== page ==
tandoor thermal mass
i relaize that this is a shot in the dark, but perhaps james or another mortar expert has an opinion about adding thermal mass to my tandoor. here's my thinking:
the thermal mass of the clay pot seems a bit too small, so i thought i would wrap the pot with wire mesh and then mix up equal parts fireclay and sand and then add 1/6th part cement (a 6-6-1) ratio and then slather about an inch of that over the pot.
i want the mass of the additional clay but am unconcerned about structural strength except to the extent this weak mortar would adhere to the pot to the extent needed to keep any cracked pieces of pot from falling into the chamber. with so much clay in the mortar the thermal expansion and contraction should be similar to the terra cotta pot (i hope).
i figure as long as the pot doesn't fall inwards i can always repair any cracks. (however, the perlite will be poured loose and i will hing the top counter just in case i ever need to replace the pot with a new one).
More on how Tandoori ovens work
Fun project -- and I know nothing about Tandoori ovens. :-) What are the principles, cooking techniques, firing, etc? Perhaps we should find an Indian food and oven expert to join (easier said than done).
If you could post more details, perhaps we could give a little more help.
Should you put aluminum foil between the clay pot and the extra mortar? The two masses will probably move differently under heat, and a slip plane would help minimize cracking.
Here is an extract from some of my oven building notes:
The Tandoori we see today in our high street takeaways probably evolved from the tabum found in many ancient archaeological sites in Israel and Egypt. They are usually found within the house and are shaped like a large bell or barrel and are made from clay or other available materials from the area. A fire is kept burning in the bottom of the oven (with combustible air entering via a small hole in the bottom); the dough is then slapped onto the inner surface of the oven where it will bake very fast and produce a flavoured flat bread that is mostly crust.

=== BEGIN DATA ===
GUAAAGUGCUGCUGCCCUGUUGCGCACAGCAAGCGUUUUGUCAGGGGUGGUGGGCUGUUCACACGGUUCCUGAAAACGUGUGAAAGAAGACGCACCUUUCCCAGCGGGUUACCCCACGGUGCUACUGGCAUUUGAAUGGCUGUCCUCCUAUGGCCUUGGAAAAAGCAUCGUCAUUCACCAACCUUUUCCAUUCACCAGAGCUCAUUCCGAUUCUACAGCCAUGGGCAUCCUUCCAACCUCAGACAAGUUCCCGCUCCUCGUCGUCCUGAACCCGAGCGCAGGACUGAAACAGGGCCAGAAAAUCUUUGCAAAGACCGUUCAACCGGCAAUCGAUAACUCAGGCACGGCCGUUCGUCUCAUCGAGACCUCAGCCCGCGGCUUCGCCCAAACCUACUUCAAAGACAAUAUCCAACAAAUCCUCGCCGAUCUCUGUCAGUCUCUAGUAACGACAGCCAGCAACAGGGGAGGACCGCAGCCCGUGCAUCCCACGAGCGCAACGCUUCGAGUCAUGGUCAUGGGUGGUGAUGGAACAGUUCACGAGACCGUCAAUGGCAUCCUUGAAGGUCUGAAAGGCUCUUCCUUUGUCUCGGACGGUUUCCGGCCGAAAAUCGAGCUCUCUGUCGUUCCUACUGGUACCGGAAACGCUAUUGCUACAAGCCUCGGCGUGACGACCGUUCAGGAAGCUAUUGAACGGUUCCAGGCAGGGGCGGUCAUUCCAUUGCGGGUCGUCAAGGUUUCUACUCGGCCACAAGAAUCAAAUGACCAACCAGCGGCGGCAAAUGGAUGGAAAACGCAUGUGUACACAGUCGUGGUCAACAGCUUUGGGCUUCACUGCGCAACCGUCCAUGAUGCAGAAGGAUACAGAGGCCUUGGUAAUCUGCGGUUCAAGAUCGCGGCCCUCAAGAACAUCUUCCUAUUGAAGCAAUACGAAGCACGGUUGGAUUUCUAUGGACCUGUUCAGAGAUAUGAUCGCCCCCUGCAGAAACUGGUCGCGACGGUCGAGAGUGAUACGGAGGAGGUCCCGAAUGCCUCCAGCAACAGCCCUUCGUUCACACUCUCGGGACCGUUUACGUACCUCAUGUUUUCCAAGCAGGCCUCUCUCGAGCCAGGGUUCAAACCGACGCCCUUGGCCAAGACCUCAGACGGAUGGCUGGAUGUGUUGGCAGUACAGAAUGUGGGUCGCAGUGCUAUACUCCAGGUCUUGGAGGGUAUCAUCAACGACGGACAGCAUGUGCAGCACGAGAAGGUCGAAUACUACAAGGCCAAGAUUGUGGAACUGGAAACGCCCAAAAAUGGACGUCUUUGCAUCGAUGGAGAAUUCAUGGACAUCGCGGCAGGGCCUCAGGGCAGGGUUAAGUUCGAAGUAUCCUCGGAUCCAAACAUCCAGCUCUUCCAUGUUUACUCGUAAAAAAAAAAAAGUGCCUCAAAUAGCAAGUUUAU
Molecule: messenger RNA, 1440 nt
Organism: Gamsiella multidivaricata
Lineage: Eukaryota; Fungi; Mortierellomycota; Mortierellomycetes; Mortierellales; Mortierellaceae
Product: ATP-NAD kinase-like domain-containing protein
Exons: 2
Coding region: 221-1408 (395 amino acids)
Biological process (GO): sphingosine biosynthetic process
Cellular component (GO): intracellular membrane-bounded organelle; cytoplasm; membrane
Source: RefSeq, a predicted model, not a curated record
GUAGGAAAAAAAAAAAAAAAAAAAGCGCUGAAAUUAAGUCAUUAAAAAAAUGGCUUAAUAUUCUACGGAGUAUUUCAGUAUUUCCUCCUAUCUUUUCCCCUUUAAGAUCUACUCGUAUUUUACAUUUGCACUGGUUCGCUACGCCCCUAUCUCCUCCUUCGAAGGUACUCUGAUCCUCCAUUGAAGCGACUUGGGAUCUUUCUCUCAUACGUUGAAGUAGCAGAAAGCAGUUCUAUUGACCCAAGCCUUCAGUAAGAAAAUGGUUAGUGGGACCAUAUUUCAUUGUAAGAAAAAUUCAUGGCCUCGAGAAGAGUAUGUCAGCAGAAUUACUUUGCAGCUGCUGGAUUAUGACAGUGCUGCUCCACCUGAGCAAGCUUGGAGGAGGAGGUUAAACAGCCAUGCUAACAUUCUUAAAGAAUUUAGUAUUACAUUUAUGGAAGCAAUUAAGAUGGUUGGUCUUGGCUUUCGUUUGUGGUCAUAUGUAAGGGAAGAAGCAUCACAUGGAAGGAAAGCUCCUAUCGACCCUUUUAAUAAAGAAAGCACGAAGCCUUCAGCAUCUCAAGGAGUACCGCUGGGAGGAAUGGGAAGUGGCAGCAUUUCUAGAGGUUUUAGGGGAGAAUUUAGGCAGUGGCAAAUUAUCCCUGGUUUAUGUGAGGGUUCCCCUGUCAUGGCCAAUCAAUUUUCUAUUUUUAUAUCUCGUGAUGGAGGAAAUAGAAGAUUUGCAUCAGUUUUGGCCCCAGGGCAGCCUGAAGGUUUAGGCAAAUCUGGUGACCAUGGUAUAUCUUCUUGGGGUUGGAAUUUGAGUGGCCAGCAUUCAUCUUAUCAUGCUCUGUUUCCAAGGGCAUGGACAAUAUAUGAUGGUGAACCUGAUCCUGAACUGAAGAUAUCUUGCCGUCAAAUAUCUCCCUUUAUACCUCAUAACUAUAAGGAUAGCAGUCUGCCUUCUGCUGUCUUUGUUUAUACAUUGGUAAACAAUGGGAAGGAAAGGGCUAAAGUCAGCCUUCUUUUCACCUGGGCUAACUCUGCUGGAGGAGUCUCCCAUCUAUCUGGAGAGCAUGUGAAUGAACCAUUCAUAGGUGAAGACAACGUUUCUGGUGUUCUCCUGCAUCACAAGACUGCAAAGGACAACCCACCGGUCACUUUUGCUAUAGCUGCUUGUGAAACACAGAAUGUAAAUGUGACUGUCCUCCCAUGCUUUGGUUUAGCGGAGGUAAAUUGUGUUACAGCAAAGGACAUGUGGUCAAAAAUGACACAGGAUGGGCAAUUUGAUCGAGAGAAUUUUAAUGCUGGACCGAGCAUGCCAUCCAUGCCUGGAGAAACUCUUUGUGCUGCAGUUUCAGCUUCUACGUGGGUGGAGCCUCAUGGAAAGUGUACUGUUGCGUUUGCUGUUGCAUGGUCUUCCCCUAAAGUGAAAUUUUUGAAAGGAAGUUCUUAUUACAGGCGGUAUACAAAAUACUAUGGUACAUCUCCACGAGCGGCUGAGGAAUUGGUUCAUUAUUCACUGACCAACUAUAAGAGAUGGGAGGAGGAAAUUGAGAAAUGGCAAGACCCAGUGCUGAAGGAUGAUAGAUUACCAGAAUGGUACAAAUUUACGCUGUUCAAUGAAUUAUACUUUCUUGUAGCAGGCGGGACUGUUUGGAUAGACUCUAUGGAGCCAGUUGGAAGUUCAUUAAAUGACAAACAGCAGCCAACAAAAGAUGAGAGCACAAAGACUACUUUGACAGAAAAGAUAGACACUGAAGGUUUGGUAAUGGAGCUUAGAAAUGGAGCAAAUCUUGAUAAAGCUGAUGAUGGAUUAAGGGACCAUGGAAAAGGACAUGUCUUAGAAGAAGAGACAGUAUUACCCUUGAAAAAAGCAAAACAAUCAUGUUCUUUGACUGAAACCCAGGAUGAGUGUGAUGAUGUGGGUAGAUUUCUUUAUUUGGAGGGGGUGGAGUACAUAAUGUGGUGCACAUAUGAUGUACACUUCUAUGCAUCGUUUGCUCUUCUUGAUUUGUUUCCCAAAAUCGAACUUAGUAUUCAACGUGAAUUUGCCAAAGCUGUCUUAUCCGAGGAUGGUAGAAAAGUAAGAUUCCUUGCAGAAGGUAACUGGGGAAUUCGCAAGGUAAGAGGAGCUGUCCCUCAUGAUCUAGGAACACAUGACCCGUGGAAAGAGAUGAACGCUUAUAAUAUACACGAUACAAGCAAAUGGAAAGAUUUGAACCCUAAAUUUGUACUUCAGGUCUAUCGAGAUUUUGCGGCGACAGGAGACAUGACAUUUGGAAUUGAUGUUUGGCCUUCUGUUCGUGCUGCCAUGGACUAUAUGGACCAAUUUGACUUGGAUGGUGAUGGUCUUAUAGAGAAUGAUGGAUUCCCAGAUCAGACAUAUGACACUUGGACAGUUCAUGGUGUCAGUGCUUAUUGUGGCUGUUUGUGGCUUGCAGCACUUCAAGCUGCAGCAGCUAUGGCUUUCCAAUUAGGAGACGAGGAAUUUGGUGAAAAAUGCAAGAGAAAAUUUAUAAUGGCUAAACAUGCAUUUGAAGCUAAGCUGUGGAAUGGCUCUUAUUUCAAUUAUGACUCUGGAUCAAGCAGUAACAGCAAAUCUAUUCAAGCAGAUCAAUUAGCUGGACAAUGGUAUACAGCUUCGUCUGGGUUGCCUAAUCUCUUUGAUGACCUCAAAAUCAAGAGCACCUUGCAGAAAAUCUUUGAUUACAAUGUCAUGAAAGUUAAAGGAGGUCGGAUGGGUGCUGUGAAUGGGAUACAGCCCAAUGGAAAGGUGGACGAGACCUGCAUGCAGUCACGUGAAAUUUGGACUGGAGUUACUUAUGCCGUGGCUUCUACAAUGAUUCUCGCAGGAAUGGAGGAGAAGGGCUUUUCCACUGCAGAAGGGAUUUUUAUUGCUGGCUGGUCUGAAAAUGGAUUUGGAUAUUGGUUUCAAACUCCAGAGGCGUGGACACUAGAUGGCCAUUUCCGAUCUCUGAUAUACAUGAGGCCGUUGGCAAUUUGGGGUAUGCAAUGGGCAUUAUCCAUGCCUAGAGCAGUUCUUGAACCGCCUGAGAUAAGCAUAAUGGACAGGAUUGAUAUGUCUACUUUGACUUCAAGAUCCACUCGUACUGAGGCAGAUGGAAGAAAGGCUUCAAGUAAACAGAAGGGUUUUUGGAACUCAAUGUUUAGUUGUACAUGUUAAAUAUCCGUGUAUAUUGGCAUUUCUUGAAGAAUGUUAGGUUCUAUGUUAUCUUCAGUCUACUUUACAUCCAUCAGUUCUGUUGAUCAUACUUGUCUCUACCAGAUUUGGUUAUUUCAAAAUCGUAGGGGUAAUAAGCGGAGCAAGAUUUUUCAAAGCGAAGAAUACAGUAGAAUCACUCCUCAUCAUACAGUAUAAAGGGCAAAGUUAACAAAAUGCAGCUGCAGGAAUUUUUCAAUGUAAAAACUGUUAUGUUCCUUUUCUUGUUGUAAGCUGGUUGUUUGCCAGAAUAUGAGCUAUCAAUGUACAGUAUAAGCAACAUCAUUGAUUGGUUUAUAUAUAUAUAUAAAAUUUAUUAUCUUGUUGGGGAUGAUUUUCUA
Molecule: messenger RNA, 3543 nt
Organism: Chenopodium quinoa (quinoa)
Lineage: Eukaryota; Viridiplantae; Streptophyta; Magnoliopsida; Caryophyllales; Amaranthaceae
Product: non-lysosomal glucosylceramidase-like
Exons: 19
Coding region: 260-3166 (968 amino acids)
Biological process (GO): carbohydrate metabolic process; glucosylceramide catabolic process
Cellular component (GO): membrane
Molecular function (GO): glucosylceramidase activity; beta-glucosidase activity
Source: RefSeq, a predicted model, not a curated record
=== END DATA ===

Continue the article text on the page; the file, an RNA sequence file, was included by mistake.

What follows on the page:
Generally the oven is made from clay rope and ends up being a couple of inches thick. Basically they work like a pizza oven, in that they have very little mass. The bread is cooked very fast (nearly burnt) on the side of the hot oven
I have a couple of photos I can post, how do we post photos here James?
I'm watching a Southhampton soccer match on TV, and the weather looks pretty good. :-)
Undernearth the text screen on the "reply" there is an "attachments" button that let's you post photos. Sounds interesting.
Hope I have managed to upload the photos
Actually thermal mass is anathema to Tandoors. Tandoors cook very hot & fast like cooking a crepe. You want a thinner wall than you do with a brick oven. That way the heat wicks up the side faster & cooks the bread or sliced meats very quickly. You control the cooking time by where you place the flatbread on the sidewalls -- lower for thinner & faster, higher for thicker & slower cooking.
well, this weekend we had the first meal out of the tandoor oven. lamb and chicken skewers. we definitely never got this taste out of the barbeque. pictures are on my web site.
i had a little problem with heat management. the oven was up to 600 F and i had a fair amout of flareups. i think i'm going to have to practice blocking the air intake to manage the heat and try to get a better seal with the lid. there's really no room to move the charcoal from underneath the food.
Robert, can you give us the recipe for your chicken marinade. Also, there are a number of photos on your website I cannot bring up. Any help?
It is the http://www.killdawabbit.com/index.htm site and when I click on a pic on the GAF disk, it gets smaller and I cant ever see any pics. Hmm, I wonder if it will do better with IE. Nope it behaves the same. No bigger pictures.
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